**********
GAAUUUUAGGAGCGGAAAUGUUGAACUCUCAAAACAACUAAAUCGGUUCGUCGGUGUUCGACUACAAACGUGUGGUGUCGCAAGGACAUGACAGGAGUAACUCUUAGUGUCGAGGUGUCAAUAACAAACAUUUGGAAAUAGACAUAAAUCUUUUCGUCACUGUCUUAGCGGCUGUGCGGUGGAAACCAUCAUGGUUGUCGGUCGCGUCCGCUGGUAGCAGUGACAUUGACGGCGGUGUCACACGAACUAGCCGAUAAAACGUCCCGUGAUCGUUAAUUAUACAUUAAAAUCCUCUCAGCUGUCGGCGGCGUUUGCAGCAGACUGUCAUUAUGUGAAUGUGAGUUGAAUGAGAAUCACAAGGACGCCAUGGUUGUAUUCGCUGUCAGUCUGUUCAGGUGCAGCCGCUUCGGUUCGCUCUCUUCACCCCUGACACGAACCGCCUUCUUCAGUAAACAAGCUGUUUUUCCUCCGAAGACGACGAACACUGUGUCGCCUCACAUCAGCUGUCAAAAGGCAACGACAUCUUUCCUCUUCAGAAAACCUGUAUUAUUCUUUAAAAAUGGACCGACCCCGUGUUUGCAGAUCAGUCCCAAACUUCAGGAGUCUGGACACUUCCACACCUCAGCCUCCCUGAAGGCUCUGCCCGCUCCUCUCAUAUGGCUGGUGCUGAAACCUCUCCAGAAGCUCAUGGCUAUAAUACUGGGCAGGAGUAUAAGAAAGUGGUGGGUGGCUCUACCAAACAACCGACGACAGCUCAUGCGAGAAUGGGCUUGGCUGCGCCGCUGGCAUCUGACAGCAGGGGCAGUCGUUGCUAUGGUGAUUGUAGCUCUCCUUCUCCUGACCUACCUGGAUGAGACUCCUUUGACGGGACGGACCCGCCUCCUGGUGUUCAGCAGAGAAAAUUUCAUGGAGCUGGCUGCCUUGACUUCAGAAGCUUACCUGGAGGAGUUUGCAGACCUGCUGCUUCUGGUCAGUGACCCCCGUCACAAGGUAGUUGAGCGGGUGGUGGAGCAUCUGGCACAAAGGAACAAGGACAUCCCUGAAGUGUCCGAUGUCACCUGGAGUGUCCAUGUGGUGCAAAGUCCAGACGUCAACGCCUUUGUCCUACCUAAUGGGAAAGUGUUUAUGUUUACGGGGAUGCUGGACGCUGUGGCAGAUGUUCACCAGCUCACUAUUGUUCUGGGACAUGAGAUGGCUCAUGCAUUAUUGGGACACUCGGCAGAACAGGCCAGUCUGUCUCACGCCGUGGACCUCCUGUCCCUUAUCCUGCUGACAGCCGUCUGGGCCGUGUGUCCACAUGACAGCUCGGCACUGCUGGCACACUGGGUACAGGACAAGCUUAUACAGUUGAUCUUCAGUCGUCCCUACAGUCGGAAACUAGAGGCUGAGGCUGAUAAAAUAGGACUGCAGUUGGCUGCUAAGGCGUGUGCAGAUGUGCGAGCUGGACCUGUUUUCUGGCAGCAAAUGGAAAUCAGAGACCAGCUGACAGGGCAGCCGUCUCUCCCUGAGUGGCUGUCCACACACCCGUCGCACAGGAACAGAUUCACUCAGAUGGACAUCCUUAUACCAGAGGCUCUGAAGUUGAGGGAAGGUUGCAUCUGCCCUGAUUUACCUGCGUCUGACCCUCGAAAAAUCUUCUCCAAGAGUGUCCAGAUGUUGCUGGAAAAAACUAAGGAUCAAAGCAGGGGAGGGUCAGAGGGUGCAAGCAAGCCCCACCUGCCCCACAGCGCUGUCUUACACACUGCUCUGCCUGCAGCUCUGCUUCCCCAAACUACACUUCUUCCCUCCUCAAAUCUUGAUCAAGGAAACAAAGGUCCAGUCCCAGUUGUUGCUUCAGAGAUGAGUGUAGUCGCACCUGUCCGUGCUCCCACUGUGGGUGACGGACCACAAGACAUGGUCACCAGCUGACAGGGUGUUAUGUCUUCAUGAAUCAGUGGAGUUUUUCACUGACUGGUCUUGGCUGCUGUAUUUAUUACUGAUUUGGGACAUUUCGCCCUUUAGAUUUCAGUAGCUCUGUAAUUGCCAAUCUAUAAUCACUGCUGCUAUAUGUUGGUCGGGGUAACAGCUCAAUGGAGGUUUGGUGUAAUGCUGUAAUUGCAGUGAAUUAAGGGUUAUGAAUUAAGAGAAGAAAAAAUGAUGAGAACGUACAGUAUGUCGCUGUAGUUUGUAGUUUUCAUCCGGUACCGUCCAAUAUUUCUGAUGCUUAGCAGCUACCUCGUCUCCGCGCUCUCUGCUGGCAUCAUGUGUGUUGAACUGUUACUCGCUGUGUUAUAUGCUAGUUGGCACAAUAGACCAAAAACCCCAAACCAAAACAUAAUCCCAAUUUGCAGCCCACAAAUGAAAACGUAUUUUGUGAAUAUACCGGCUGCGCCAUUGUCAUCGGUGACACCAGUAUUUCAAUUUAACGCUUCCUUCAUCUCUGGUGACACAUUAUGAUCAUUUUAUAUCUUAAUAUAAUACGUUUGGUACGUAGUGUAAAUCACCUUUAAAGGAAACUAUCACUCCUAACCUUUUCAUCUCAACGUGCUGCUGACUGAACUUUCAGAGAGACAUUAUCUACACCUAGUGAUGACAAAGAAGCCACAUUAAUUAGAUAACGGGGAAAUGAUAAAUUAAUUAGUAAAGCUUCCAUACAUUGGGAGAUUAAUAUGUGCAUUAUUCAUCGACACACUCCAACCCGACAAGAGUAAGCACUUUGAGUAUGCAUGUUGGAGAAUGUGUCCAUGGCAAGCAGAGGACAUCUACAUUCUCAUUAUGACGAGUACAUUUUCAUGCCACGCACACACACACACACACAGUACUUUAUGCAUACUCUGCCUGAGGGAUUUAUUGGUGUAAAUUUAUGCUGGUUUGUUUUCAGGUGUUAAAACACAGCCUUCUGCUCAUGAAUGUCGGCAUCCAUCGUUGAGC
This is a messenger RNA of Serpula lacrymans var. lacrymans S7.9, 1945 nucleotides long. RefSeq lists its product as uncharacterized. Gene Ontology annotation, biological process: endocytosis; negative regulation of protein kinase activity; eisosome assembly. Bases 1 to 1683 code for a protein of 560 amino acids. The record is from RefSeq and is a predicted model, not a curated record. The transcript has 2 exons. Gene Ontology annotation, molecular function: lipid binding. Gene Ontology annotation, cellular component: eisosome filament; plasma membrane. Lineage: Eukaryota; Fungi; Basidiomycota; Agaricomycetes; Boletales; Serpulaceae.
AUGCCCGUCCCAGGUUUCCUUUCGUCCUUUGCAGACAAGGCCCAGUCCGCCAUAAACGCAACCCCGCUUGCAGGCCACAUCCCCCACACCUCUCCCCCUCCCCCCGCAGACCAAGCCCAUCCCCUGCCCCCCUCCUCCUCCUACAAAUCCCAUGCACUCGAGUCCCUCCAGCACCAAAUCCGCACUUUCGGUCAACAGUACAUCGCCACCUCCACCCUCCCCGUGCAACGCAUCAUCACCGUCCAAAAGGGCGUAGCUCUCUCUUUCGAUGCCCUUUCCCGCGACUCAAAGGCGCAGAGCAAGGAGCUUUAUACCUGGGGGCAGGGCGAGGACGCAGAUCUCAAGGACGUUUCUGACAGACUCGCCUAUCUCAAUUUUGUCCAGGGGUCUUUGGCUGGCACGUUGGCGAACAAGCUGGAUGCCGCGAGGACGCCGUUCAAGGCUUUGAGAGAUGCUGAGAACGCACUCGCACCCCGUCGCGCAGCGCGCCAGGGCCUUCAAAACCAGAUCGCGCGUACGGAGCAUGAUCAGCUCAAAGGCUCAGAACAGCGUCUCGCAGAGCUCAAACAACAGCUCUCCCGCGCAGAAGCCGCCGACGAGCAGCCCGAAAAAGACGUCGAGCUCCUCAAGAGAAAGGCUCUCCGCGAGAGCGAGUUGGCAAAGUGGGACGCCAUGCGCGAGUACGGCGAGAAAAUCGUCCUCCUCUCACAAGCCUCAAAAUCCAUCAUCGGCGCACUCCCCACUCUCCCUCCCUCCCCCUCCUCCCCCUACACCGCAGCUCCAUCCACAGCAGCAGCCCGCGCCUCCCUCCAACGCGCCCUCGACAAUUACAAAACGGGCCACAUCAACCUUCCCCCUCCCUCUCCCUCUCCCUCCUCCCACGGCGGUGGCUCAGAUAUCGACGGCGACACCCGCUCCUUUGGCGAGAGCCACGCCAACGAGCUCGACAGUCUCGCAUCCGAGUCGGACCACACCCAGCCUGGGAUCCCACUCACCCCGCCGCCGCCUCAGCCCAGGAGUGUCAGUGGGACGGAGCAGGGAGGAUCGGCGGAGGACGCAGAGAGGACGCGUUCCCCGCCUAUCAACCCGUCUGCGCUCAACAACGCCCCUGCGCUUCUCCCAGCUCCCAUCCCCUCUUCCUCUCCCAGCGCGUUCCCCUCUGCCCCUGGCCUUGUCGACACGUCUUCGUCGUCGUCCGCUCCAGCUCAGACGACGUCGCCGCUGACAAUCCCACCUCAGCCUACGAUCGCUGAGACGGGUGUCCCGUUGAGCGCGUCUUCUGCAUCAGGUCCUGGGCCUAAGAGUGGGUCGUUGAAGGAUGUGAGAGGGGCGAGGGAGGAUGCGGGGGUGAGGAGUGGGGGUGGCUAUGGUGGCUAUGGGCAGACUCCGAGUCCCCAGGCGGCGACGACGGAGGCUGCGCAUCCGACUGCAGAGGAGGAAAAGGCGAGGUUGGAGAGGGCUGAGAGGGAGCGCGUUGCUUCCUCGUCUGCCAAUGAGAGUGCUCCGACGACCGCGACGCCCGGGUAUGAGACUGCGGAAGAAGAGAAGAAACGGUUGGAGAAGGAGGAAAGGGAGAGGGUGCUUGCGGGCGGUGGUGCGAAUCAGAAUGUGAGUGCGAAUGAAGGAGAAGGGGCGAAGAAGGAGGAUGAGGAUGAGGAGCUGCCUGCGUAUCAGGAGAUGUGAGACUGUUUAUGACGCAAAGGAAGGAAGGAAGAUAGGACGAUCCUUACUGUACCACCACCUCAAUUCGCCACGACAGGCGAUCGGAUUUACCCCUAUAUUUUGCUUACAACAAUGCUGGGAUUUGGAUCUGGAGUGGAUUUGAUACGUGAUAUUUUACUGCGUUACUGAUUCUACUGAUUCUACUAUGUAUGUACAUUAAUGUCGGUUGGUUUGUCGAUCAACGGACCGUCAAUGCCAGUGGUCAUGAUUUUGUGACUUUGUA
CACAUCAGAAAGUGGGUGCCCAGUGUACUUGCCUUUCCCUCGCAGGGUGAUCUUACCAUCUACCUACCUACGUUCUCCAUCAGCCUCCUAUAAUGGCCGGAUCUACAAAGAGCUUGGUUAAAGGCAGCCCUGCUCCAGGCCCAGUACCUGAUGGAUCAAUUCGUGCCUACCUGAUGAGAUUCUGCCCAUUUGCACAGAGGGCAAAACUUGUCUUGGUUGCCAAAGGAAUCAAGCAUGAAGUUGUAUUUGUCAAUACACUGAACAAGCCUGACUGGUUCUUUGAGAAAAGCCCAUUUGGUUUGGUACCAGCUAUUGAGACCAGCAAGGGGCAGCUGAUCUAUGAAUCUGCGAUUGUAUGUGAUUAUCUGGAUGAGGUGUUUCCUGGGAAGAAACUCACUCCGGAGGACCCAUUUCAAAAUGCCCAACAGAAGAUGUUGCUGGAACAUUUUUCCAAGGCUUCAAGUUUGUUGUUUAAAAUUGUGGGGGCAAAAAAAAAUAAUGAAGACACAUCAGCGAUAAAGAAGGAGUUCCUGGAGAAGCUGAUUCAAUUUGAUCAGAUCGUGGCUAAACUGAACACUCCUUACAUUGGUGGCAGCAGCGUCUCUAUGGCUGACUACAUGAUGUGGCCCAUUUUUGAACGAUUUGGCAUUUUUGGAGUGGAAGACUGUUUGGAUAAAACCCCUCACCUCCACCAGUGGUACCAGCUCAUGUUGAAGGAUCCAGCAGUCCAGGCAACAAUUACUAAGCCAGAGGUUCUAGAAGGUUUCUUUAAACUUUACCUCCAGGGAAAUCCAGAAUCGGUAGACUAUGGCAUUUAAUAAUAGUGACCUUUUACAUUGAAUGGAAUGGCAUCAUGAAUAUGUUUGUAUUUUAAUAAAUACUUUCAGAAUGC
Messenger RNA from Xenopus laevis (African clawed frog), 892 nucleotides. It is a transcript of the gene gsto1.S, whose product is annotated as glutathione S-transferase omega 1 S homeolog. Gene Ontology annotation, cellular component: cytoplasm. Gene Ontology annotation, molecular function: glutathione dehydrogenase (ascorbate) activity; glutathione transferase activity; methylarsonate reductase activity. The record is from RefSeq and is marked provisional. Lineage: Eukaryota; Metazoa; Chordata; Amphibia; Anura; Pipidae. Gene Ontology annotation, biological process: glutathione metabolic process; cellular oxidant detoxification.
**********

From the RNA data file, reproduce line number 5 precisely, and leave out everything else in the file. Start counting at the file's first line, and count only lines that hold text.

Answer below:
Messenger RNA from Xenopus laevis (African clawed frog), 892 nucleotides. It is a transcript of the gene gsto1.S, whose product is annotated as glutathione S-transferase omega 1 S homeolog. Gene Ontology annotation, cellular component: cytoplasm. Gene Ontology annotation, molecular function: glutathione dehydrogenase (ascorbate) activity; glutathione transferase activity; methylarsonate reductase activity. The record is from RefSeq and is marked provisional. Lineage: Eukaryota; Metazoa; Chordata; Amphibia; Anura; Pipidae. Gene Ontology annotation, biological process: glutathione metabolic process; cellular oxidant detoxification.